A Century of Progress International Exposition, held in Chicago during the summers of 1933 and 1934, gave the nation an exciting diversion from the difficulties of the Great Depression. The success of the first summer of the fair led President Roosevelt to urge planners to continue the exposition for a second summer. The fair commemorated the incorporation of Chicago in 1833, dramatizing, according to fair boosters, the progress of civilization during the hundred years of Chicago's existence and highlighting the century's spectacular advances of science and technology. Chicago was the only city of major importance whose entire life had been passed within this remarkable century, one in which the application of science to industry had brought profound changes in both the economic and cultural structure.
The Century of Progress collection tells the story of the exposition and of the historical moment. The collection contains unique materials that provide insights into the nation's economic conditions, America's popular culture during the Great Depression, and life in the 1930s. There are over 16,000 files of individuals, companies, and organizations from across the United States and around the world that contacted or were contacted by the exposition's management. The records provide unique, behind-the-scenes, well-organized, and detailed documentation about this important, modern American exposition and its geographical and historical context.
The records document the fair's relationship to participating businesses and industries, modern architecture, design and graphics, mural arts, entertainment, food, culture, popular culture, corporate sponsorship, political figures, and celebrity visitors. The fair also focused on transportation, music, local immigrant groups, the economic crisis and political changes in Europe, religion in American life, women's history, participation of ethnic and minority groups, particularly African-Americans and Native Americans, the growth of modern advertising and promotion, American handicrafts, graphic art, and fine art.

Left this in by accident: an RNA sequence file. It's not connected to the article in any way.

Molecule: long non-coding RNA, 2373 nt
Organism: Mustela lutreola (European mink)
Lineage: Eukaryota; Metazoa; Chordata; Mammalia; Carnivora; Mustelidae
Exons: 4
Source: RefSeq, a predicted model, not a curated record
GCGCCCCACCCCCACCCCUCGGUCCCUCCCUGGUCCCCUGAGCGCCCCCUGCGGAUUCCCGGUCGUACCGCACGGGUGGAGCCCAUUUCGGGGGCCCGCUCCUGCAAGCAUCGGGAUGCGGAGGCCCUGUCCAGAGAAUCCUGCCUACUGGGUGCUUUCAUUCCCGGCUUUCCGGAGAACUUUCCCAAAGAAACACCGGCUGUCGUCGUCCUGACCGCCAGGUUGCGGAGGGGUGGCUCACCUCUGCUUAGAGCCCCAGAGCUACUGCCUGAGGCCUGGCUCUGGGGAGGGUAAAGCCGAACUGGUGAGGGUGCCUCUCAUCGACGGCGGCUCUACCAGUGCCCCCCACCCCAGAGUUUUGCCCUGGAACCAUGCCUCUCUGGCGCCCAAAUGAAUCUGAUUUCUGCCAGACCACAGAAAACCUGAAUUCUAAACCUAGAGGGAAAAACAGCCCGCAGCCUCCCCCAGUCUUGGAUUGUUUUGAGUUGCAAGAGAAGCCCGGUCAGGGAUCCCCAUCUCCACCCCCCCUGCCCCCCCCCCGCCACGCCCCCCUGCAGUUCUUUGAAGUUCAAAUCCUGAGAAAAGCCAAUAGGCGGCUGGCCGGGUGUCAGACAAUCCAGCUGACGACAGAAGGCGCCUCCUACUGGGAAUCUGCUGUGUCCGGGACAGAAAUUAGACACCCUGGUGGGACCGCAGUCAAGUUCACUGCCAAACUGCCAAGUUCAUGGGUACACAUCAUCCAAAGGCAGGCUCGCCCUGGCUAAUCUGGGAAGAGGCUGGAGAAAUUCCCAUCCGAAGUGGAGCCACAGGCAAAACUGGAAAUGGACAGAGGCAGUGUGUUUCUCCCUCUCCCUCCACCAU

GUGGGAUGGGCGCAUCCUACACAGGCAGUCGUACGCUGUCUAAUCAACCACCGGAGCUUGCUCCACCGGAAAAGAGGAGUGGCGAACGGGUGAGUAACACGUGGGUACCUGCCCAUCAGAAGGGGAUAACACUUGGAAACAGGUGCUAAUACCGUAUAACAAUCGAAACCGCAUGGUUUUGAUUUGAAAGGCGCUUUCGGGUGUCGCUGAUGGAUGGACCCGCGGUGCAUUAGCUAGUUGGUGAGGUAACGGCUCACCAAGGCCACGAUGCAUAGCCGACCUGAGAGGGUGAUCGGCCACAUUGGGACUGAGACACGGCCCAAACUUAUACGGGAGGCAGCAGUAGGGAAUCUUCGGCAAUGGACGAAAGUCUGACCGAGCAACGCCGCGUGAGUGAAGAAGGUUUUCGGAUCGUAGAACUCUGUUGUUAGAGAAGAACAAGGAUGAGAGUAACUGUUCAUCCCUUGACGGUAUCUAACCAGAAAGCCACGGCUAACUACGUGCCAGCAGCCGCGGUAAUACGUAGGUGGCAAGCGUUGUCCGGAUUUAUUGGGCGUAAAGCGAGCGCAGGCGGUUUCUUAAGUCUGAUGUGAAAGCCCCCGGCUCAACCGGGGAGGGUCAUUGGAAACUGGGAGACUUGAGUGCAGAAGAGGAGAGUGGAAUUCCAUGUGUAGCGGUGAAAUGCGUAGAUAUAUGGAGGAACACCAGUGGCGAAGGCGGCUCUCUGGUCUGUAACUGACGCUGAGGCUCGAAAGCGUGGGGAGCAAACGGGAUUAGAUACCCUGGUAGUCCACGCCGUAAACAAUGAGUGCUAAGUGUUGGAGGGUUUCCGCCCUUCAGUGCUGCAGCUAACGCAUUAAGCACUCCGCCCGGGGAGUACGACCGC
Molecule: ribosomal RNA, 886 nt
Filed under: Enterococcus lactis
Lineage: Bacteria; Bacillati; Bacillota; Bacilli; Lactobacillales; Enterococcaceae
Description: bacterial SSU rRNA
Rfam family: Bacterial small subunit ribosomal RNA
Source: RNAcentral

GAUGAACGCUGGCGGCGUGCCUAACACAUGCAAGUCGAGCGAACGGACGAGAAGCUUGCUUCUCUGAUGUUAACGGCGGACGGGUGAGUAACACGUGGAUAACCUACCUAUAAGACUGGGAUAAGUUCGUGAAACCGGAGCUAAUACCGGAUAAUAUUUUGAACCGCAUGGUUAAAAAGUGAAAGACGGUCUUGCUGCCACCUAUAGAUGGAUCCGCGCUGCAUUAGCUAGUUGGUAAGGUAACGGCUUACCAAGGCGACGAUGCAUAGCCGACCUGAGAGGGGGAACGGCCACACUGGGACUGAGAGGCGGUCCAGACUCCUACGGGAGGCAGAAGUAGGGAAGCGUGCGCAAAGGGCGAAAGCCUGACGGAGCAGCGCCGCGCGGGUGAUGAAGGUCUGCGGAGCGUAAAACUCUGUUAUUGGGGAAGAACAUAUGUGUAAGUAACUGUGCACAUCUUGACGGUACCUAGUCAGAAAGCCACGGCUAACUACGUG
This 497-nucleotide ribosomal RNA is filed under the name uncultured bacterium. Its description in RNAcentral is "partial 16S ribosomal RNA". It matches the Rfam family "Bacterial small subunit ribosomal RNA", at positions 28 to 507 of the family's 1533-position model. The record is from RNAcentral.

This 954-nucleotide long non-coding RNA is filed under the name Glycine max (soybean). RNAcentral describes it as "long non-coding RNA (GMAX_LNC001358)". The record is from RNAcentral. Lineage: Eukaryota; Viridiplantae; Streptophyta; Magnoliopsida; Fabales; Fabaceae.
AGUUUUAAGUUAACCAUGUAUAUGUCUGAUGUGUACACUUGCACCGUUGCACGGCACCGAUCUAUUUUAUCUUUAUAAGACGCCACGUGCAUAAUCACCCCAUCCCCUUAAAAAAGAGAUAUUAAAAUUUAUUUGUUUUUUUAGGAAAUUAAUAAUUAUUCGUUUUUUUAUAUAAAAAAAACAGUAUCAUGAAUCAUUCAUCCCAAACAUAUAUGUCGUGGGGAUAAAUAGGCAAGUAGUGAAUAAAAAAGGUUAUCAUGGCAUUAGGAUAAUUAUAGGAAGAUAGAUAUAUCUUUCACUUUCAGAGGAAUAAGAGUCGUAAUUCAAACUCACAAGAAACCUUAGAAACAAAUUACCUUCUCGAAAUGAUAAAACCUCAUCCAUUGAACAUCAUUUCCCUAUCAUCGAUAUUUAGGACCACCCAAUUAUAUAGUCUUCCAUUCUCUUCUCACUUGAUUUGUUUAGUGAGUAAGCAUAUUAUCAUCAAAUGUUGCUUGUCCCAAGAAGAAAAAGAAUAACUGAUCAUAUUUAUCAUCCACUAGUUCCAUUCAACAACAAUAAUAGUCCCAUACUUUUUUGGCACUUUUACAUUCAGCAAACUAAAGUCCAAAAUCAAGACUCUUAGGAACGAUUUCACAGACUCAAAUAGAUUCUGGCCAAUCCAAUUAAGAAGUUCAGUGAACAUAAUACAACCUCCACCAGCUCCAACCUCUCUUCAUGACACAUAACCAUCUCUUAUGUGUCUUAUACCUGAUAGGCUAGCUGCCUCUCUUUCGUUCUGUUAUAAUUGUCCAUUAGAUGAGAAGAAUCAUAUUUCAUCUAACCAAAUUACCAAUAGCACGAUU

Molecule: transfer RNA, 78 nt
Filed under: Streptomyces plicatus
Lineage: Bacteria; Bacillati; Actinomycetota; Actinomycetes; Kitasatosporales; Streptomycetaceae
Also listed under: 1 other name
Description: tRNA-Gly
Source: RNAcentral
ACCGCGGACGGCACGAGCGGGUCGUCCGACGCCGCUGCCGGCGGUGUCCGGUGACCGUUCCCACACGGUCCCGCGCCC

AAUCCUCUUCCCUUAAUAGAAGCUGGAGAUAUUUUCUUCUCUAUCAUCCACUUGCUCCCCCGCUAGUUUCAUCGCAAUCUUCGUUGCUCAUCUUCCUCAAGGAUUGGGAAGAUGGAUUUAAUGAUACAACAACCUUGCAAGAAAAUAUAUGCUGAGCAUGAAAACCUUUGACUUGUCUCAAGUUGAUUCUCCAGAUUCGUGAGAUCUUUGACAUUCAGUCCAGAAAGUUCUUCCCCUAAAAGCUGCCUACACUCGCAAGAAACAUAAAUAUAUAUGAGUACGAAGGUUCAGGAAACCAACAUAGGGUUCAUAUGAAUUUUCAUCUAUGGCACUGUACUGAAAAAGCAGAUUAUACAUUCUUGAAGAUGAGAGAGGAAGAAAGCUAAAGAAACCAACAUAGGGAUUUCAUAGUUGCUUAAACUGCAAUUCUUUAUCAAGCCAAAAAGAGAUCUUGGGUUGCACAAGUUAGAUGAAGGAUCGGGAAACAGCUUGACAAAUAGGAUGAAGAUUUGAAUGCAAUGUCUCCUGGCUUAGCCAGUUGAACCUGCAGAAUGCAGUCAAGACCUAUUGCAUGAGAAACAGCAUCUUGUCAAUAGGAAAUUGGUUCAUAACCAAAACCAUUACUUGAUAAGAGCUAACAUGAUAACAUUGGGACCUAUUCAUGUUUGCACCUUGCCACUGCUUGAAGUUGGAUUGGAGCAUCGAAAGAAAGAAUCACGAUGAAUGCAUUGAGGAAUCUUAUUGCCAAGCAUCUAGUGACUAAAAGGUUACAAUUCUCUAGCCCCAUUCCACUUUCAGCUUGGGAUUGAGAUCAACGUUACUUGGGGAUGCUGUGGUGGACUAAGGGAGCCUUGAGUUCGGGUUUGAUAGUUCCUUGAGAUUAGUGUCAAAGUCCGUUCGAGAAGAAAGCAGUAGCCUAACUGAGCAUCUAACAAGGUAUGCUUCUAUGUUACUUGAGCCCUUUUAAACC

UIC's collection places the fair in the context of the history and politics of Chicago. Its topics include science as presented to the public, the history of modern architecture, international affairs, American studies, engineering, race relations, employment practices, public parks, urban planning, and large civic projects. The design of the exposition was innovative: never before had color and architectural illumination been used for decorative effects, building identification, and crowd control.
The Special Collections Department acquired the official records of the Century of Progress in 1968 with the papers of Lenox Riley Lohr, the fair's general manager. The records include reports, correspondence, memoranda, corporate and exhibitor publications, posters, and phonograph records. The collection also contains architectural blueprints, employee records, photographic items, newspapers clippings, and artwork. The collection consists of 555 linear feet of corporate records divided into 17 series. The Special Collections department has an active outreach program that includes working with Chicago Public Schools through the Chicago Metro History Fair project and other organizations in Chicago, and teaching on campus to introduce students to conducting research using primary sources.
Collection Profile and Overview: Ann C. Weller
Illustrations: Roberta K. Dupuis-Devlin
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